Good question about the products.  Well as you can imagine, if I'm planning for a one-man show, especially when I'm baking on site, there will need to be changes as far as selling/waiting on customers/and actually baking.  One change will be that the products will be priced in dollar increments, so loose change will be eliminated.  Also, I'm looking at standardizing the sizes of the breads based on price.  For instance, the baguettes are $3, so I'll be making smaller loaves of bread that will sell for $3.  Pastries that sold for $2.25 will be sized slightly smaller so I can sell them for $2.  Basically I'll be reworking things a little bit so I don't have to think as much.

For certain events, I'll sell less variety to also simplify the process and target my audience more.  Like if I'm selling at night, I won't be selling items that would be considered breakfast pastries.

Another option I have is, since I have refrigeration on the trailer, I can do as the Europeans do and sell 'fixed price menu' items.  So for $5 you can get one baguette, one drink, and some butter.  Or for $7 you can get one baguette, two drinks and some brie.  You get the idea.  Like getting a value meal at McD's. 

As far as the capacity goes, I anticipate that this first year of course will be quite low as I'll be getting new customers and working on streamlining the system.  As it gets busier, I anticipate that some of the products will be baked before I leave (larger loaves, PSB rolls that need to cool before they are bagged...) and just the ones that have to be baked onsite will be (baguettes, pastries...)

-Mark

trailrunner's picture
trailrunner

I am just seeing all of this and had to look back at the November link to see the whole story. I am sorry about the personal trials but it seems you have progressed to a wonderful new beginning. I never got to see At Home Bakery . Personal stuff in my life also made it impossible. I send my wishes for your success and look forward to seeing more of your pics and progress. Thank you for the support you offer to all the bakers here . I have learned much from you. c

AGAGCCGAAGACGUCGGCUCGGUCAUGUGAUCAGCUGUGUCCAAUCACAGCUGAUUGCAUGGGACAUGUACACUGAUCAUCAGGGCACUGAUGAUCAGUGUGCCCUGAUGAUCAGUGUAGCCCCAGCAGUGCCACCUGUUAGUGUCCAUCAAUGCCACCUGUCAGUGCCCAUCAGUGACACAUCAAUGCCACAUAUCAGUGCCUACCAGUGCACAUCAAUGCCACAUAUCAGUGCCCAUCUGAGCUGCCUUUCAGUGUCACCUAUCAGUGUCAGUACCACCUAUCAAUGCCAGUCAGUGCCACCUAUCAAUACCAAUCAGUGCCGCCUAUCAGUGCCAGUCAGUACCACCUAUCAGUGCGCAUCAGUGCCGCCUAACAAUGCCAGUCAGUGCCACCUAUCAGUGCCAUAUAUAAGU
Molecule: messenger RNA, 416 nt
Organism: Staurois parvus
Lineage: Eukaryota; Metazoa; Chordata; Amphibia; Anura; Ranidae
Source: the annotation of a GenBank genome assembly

mcs's picture
mcs

Believe it or not, I was recently wondering how you were doing.  You were on the short list of people that I had accepted as an intern, but was not able to make it.  When I closed the bakery, I thought what a shame it was that I didn't get to work with you and a couple others.  I hope you are doing well.
Yes, I'm trying to make a go at a new bakery and life down here in southern Montana.  Hopefully by the time the summer rolls around I'll be as busy as ever.  Glad to hear from you.

-Mark

Wild-Yeast's picture
Wild-Yeast

Hi Mark,

Great idea and impressive progress on phase two. People tend to spend more for fresh baked and farmers markets seem to stoke their hunger. Are you thinking of selling croisant sandwiches etc. for an increased turnover?

Strangley enough I've been working on a plan that shares some of the same aspects. Hope you don't mind me taking pointers over your shoulder.

Are you thinking about a website? 

Best regards, Wild-Yeast

 

mcs's picture
mcs

I won't be doing croissant sandwiches or that type of thing, but I may be doing some filled buns for certain events (Portuguese Sweet Bread rolls filled with pulled pork, like bao).  I really feel that a good croissant should stand on its own and is too delicate to be made into a sandwich anyway.  I'm curious to hear about your plan too.

A website will eventually get there when I have some info and pictures to add to it and of course when it debuts, I will let everyone here know.